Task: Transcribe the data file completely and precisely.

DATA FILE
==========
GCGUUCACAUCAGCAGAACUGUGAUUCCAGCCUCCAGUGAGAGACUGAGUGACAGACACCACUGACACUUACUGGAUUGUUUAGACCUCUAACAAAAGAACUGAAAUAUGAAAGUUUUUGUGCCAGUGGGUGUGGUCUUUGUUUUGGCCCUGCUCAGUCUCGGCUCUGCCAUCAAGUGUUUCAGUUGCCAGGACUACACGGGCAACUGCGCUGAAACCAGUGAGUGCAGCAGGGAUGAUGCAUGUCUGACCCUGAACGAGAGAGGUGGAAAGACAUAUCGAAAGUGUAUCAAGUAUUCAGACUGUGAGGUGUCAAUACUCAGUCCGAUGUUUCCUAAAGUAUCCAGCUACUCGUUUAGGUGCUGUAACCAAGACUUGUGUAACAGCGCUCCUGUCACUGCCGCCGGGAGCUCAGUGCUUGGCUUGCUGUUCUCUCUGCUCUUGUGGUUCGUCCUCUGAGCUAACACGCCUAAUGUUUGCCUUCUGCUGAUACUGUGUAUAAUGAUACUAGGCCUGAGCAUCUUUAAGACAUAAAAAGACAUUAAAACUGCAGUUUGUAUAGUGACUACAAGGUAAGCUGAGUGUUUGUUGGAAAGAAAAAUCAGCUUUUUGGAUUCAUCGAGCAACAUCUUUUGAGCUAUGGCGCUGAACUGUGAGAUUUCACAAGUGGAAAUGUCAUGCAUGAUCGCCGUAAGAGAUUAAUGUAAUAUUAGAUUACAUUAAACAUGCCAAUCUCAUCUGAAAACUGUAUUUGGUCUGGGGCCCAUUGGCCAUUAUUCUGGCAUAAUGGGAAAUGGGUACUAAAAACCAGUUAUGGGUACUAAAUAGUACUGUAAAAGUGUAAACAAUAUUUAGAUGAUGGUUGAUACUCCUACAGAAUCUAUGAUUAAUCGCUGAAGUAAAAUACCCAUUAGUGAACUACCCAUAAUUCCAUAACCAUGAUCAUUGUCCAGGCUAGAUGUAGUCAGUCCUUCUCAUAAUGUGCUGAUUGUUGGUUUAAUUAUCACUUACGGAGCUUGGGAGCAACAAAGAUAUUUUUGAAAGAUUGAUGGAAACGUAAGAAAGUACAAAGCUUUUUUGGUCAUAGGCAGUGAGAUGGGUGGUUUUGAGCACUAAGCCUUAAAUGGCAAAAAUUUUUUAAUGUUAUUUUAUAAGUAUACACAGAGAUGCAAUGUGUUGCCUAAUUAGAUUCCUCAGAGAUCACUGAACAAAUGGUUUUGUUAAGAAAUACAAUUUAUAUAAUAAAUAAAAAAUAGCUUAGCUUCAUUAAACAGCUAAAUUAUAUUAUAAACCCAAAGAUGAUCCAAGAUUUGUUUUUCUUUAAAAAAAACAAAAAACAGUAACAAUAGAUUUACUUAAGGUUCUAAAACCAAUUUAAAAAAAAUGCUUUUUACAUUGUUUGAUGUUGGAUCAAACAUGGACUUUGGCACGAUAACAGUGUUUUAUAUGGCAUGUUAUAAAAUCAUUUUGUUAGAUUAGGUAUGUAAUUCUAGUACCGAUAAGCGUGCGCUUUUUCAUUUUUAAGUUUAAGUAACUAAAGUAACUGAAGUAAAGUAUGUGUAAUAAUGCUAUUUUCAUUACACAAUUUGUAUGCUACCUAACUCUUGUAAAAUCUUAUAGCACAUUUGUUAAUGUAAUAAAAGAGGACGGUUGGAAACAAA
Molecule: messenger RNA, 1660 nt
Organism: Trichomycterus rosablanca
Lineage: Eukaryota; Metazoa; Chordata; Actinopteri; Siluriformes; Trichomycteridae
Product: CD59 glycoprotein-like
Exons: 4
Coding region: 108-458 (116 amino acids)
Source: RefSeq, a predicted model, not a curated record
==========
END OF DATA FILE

GCGUUCACAUCAGCAGAACUGUGAUUCCAGCCUCCAGUGAGAGACUGAGUGACAGACACCACUGACACUUACUGGAUUGUUUAGACCUCUAACAAAAGAACUGAAAUAUGAAAGUUUUUGUGCCAGUGGGUGUGGUCUUUGUUUUGGCCCUGCUCAGUCUCGGCUCUGCCAUCAAGUGUUUCAGUUGCCAGGACUACACGGGCAACUGCGCUGAAACCAGUGAGUGCAGCAGGGAUGAUGCAUGUCUGACCCUGAACGAGAGAGGUGGAAAGACAUAUCGAAAGUGUAUCAAGUAUUCAGACUGUGAGGUGUCAAUACUCAGUCCGAUGUUUCCUAAAGUAUCCAGCUACUCGUUUAGGUGCUGUAACCAAGACUUGUGUAACAGCGCUCCUGUCACUGCCGCCGGGAGCUCAGUGCUUGGCUUGCUGUUCUCUCUGCUCUUGUGGUUCGUCCUCUGAGCUAACACGCCUAAUGUUUGCCUUCUGCUGAUACUGUGUAUAAUGAUACUAGGCCUGAGCAUCUUUAAGACAUAAAAAGACAUUAAAACUGCAGUUUGUAUAGUGACUACAAGGUAAGCUGAGUGUUUGUUGGAAAGAAAAAUCAGCUUUUUGGAUUCAUCGAGCAACAUCUUUUGAGCUAUGGCGCUGAACUGUGAGAUUUCACAAGUGGAAAUGUCAUGCAUGAUCGCCGUAAGAGAUUAAUGUAAUAUUAGAUUACAUUAAACAUGCCAAUCUCAUCUGAAAACUGUAUUUGGUCUGGGGCCCAUUGGCCAUUAUUCUGGCAUAAUGGGAAAUGGGUACUAAAAACCAGUUAUGGGUACUAAAUAGUACUGUAAAAGUGUAAACAAUAUUUAGAUGAUGGUUGAUACUCCUACAGAAUCUAUGAUUAAUCGCUGAAGUAAAAUACCCAUUAGUGAACUACCCAUAAUUCCAUAACCAUGAUCAUUGUCCAGGCUAGAUGUAGUCAGUCCUUCUCAUAAUGUGCUGAUUGUUGGUUUAAUUAUCACUUACGGAGCUUGGGAGCAACAAAGAUAUUUUUGAAAGAUUGAUGGAAACGUAAGAAAGUACAAAGCUUUUUUGGUCAUAGGCAGUGAGAUGGGUGGUUUUGAGCACUAAGCCUUAAAUGGCAAAAAUUUUUUAAUGUUAUUUUAUAAGUAUACACAGAGAUGCAAUGUGUUGCCUAAUUAGAUUCCUCAGAGAUCACUGAACAAAUGGUUUUGUUAAGAAAUACAAUUUAUAUAAUAAAUAAAAAAUAGCUUAGCUUCAUUAAACAGCUAAAUUAUAUUAUAAACCCAAAGAUGAUCCAAGAUUUGUUUUUCUUUAAAAAAAACAAAAAACAGUAACAAUAGAUUUACUUAAGGUUCUAAAACCAAUUUAAAAAAAAUGCUUUUUACAUUGUUUGAUGUUGGAUCAAACAUGGACUUUGGCACGAUAACAGUGUUUUAUAUGGCAUGUUAUAAAAUCAUUUUGUUAGAUUAGGUAUGUAAUUCUAGUACCGAUAAGCGUGCGCUUUUUCAUUUUUAAGUUUAAGUAACUAAAGUAACUGAAGUAAAGUAUGUGUAAUAAUGCUAUUUUCAUUACACAAUUUGUAUGCUACCUAACUCUUGUAAAAUCUUAUAGCACAUUUGUUAAUGUAAUAAAAGAGGACGGUUGGAAACAAA
Molecule: messenger RNA, 1660 nt
Organism: Trichomycterus rosablanca
Lineage: Eukaryota; Metazoa; Chordata; Actinopteri; Siluriformes; Trichomycteridae
Product: CD59 glycoprotein-like
Exons: 4
Coding region: 108-458 (116 amino acids)
Source: RefSeq, a predicted model, not a curated record